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By using bacterial whole genome sequencing, scientists from the Leibniz Research Alliance INFECTIONS showed that contaminated houseflies (Musca domestica) carried antimicrobial-resistant bacteria from agriculture farms into urban habitation areas.

As part of their research, the team examined a pig farm in Brandenburg, Germany, and its surrounding area for the presence of antimicrobial-resistant bacteria of the genus Escherischia coli (E. coli). This enterobacterium can cause severe urinary tract and intestinal infections in humans that can lead to death.

The results of bacterial genomic analysis could show that a large number of E. coli bacteria showed resistance in the samples and that contaminated houseflies carried these bacteria from the farm over distances of at least 2 km to urban residential areas. The observed proximity of contaminated flies to human households poses a risk of transmission of antimicrobial-resistant enteric pathogens from livestock to humans.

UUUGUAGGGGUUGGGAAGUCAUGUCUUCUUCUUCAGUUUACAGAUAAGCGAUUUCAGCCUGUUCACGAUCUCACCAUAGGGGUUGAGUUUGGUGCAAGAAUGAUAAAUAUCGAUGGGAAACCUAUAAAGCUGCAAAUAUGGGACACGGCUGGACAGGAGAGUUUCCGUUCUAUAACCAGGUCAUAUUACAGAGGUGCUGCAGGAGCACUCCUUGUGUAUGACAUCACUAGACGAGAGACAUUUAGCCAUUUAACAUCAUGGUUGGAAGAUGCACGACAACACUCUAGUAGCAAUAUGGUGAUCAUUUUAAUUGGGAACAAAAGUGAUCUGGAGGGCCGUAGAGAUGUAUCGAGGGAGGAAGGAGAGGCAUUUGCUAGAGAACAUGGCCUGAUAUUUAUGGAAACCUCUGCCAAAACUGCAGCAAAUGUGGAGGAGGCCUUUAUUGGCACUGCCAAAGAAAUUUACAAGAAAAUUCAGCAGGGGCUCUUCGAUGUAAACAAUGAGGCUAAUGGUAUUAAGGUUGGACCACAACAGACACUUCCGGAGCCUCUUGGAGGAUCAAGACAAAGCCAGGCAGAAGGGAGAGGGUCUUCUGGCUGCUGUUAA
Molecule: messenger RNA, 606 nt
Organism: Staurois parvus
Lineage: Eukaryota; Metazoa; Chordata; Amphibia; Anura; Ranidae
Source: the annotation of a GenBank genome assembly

Scientists from the DSMZ - German Collection of Microorganisms and Cell Cultures-, the Leibniz Centre for Agricultural Landscape Research (ZALF) e. V and the Leibniz Institute for Agricultural Engineering and Bioeconomics (ATB) were involved in this work. The results have now been published in the current issue of the journal Environmental Microbiology.


Behrens W.*, Kolte B.*, Junker V.*, Frentrup M., Dolsdorf C., Börger M., Jaleta M., Kabelitz T., Amon T., Werner D., Nübel U. (2023) Bacterial genome sequencing tracks the housefly-associated dispersal of fluoroquinolone- and cephalosporin-resistant Escherichia coli from a pig farm. Environmental Microbiology. In press. *equal contribution. PMID: 36772962.